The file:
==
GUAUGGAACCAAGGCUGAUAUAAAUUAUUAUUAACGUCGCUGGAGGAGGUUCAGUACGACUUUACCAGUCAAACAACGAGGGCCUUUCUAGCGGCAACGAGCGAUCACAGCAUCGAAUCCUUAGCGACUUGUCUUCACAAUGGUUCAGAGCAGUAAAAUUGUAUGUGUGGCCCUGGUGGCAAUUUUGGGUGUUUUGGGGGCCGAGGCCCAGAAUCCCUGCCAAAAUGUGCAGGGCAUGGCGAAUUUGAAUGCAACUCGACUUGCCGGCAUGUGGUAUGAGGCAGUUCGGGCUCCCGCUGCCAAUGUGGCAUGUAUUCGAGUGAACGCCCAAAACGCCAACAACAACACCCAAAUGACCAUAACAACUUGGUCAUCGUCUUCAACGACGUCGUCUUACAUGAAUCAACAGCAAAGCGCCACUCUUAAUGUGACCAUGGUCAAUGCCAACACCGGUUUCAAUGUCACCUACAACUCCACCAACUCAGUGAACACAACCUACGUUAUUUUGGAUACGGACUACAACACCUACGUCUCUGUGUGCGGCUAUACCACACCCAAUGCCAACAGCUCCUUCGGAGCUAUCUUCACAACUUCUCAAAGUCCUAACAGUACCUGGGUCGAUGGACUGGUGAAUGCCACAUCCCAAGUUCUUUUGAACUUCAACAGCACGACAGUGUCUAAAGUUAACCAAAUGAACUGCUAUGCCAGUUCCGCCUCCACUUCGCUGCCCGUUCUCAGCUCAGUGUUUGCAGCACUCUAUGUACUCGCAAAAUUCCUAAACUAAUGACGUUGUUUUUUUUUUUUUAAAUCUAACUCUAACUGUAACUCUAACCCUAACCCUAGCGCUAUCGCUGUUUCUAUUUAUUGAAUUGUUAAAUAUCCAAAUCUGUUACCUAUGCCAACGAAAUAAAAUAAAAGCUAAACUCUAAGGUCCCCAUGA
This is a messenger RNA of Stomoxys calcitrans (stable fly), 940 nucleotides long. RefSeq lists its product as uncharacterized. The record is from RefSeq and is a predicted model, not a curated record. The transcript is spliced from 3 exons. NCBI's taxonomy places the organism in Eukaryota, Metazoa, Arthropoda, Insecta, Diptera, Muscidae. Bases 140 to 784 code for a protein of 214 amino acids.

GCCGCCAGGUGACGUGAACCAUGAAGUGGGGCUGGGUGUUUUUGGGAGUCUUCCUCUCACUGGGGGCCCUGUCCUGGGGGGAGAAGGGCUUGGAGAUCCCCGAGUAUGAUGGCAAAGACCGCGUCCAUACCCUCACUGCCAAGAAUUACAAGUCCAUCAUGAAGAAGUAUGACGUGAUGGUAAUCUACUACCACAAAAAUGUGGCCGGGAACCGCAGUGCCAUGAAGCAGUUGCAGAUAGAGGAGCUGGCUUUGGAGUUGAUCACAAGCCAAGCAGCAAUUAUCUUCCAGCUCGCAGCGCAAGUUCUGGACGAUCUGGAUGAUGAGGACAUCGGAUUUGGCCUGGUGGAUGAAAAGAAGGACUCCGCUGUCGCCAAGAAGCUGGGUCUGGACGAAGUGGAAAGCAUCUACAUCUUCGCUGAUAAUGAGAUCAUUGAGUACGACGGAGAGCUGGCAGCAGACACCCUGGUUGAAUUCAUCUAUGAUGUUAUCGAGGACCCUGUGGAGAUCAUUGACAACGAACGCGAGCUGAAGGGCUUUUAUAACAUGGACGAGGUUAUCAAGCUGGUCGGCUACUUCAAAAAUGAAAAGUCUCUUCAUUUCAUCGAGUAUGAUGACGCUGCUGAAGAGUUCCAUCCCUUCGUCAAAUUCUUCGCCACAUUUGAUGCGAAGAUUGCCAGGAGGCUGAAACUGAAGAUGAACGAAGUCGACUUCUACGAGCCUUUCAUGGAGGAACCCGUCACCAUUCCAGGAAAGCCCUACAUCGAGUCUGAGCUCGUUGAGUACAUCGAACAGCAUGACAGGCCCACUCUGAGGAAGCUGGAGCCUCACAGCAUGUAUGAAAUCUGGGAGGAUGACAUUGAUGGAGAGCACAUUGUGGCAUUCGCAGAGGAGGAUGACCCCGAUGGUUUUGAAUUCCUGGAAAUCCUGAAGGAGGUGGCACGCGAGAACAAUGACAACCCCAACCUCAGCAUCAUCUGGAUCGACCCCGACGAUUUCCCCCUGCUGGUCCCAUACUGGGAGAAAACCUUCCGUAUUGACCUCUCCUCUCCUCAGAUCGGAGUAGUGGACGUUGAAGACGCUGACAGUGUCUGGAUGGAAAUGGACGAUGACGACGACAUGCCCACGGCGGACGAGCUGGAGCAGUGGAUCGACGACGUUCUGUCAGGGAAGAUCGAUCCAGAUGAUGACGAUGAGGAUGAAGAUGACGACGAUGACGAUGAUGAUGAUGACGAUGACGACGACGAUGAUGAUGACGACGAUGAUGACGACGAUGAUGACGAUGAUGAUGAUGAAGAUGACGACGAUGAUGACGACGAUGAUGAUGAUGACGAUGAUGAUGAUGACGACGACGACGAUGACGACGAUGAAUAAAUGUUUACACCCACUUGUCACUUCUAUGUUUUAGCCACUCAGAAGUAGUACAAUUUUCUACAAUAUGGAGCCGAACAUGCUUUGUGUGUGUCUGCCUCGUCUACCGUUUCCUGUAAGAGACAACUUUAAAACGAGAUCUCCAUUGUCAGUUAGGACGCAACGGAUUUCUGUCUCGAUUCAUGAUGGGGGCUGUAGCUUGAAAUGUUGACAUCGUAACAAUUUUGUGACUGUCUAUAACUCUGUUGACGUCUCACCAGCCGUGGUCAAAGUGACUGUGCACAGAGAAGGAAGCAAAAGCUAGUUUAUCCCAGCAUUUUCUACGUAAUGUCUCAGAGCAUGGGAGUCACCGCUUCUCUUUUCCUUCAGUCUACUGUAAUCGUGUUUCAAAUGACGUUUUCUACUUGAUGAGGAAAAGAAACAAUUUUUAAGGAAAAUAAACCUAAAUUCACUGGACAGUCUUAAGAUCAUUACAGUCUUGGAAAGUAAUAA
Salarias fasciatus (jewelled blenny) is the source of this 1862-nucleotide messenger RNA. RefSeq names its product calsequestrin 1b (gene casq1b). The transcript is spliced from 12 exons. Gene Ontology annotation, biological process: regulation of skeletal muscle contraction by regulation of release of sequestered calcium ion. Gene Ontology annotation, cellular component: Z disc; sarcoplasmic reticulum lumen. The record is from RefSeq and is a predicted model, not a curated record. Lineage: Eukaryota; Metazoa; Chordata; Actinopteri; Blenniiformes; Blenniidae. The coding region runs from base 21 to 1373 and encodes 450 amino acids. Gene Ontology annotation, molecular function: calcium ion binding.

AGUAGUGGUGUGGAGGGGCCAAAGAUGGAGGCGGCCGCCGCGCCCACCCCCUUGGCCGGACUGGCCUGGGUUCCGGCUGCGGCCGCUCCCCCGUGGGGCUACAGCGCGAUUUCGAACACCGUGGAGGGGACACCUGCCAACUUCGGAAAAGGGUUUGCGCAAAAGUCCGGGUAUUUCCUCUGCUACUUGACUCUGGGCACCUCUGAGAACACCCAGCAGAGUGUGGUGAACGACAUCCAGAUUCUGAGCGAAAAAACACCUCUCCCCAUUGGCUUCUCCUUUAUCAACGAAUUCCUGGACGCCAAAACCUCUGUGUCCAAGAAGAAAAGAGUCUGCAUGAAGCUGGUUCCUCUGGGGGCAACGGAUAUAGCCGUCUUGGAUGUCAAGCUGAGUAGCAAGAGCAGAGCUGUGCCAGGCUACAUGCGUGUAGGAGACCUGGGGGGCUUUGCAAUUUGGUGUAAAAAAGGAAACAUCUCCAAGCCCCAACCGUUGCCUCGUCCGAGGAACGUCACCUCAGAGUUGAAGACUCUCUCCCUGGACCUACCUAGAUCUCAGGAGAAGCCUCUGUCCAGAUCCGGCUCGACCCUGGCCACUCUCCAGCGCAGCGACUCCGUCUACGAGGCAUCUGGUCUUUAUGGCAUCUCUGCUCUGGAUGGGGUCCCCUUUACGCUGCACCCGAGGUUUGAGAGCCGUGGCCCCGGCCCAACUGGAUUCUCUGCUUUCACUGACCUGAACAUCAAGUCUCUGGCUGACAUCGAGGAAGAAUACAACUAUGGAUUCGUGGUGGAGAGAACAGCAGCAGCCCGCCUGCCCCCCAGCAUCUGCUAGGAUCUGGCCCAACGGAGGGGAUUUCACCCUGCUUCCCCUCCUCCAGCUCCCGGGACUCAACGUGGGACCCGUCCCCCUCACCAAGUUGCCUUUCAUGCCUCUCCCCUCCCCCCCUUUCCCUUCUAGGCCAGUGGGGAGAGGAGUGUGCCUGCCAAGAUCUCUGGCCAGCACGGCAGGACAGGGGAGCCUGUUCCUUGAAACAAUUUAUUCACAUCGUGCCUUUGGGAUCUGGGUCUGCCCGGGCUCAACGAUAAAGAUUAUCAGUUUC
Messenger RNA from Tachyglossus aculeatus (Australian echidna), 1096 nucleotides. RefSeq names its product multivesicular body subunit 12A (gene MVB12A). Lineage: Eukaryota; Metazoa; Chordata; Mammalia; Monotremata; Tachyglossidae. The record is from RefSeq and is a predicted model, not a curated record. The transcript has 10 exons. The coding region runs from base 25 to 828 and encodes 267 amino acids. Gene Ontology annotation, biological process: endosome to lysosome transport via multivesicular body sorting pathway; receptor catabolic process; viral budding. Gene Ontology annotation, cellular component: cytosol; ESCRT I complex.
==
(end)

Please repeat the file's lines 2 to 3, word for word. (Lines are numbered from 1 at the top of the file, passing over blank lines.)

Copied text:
This is a messenger RNA of Stomoxys calcitrans (stable fly), 940 nucleotides long. RefSeq lists its product as uncharacterized. The record is from RefSeq and is a predicted model, not a curated record. The transcript is spliced from 3 exons. NCBI's taxonomy places the organism in Eukaryota, Metazoa, Arthropoda, Insecta, Diptera, Muscidae. Bases 140 to 784 code for a protein of 214 amino acids.

GCCGCCAGGUGACGUGAACCAUGAAGUGGGGCUGGGUGUUUUUGGGAGUCUUCCUCUCACUGGGGGCCCUGUCCUGGGGGGAGAAGGGCUUGGAGAUCCCCGAGUAUGAUGGCAAAGACCGCGUCCAUACCCUCACUGCCAAGAAUUACAAGUCCAUCAUGAAGAAGUAUGACGUGAUGGUAAUCUACUACCACAAAAAUGUGGCCGGGAACCGCAGUGCCAUGAAGCAGUUGCAGAUAGAGGAGCUGGCUUUGGAGUUGAUCACAAGCCAAGCAGCAAUUAUCUUCCAGCUCGCAGCGCAAGUUCUGGACGAUCUGGAUGAUGAGGACAUCGGAUUUGGCCUGGUGGAUGAAAAGAAGGACUCCGCUGUCGCCAAGAAGCUGGGUCUGGACGAAGUGGAAAGCAUCUACAUCUUCGCUGAUAAUGAGAUCAUUGAGUACGACGGAGAGCUGGCAGCAGACACCCUGGUUGAAUUCAUCUAUGAUGUUAUCGAGGACCCUGUGGAGAUCAUUGACAACGAACGCGAGCUGAAGGGCUUUUAUAACAUGGACGAGGUUAUCAAGCUGGUCGGCUACUUCAAAAAUGAAAAGUCUCUUCAUUUCAUCGAGUAUGAUGACGCUGCUGAAGAGUUCCAUCCCUUCGUCAAAUUCUUCGCCACAUUUGAUGCGAAGAUUGCCAGGAGGCUGAAACUGAAGAUGAACGAAGUCGACUUCUACGAGCCUUUCAUGGAGGAACCCGUCACCAUUCCAGGAAAGCCCUACAUCGAGUCUGAGCUCGUUGAGUACAUCGAACAGCAUGACAGGCCCACUCUGAGGAAGCUGGAGCCUCACAGCAUGUAUGAAAUCUGGGAGGAUGACAUUGAUGGAGAGCACAUUGUGGCAUUCGCAGAGGAGGAUGACCCCGAUGGUUUUGAAUUCCUGGAAAUCCUGAAGGAGGUGGCACGCGAGAACAAUGACAACCCCAACCUCAGCAUCAUCUGGAUCGACCCCGACGAUUUCCCCCUGCUGGUCCCAUACUGGGAGAAAACCUUCCGUAUUGACCUCUCCUCUCCUCAGAUCGGAGUAGUGGACGUUGAAGACGCUGACAGUGUCUGGAUGGAAAUGGACGAUGACGACGACAUGCCCACGGCGGACGAGCUGGAGCAGUGGAUCGACGACGUUCUGUCAGGGAAGAUCGAUCCAGAUGAUGACGAUGAGGAUGAAGAUGACGACGAUGACGAUGAUGAUGAUGACGAUGACGACGACGAUGAUGAUGACGACGAUGAUGACGACGAUGAUGACGAUGAUGAUGAUGAAGAUGACGACGAUGAUGACGACGAUGAUGAUGAUGACGAUGAUGAUGAUGACGACGACGACGAUGACGACGAUGAAUAAAUGUUUACACCCACUUGUCACUUCUAUGUUUUAGCCACUCAGAAGUAGUACAAUUUUCUACAAUAUGGAGCCGAACAUGCUUUGUGUGUGUCUGCCUCGUCUACCGUUUCCUGUAAGAGACAACUUUAAAACGAGAUCUCCAUUGUCAGUUAGGACGCAACGGAUUUCUGUCUCGAUUCAUGAUGGGGGCUGUAGCUUGAAAUGUUGACAUCGUAACAAUUUUGUGACUGUCUAUAACUCUGUUGACGUCUCACCAGCCGUGGUCAAAGUGACUGUGCACAGAGAAGGAAGCAAAAGCUAGUUUAUCCCAGCAUUUUCUACGUAAUGUCUCAGAGCAUGGGAGUCACCGCUUCUCUUUUCCUUCAGUCUACUGUAAUCGUGUUUCAAAUGACGUUUUCUACUUGAUGAGGAAAAGAAACAAUUUUUAAGGAAAAUAAACCUAAAUUCACUGGACAGUCUUAAGAUCAUUACAGUCUUGGAAAGUAAUAA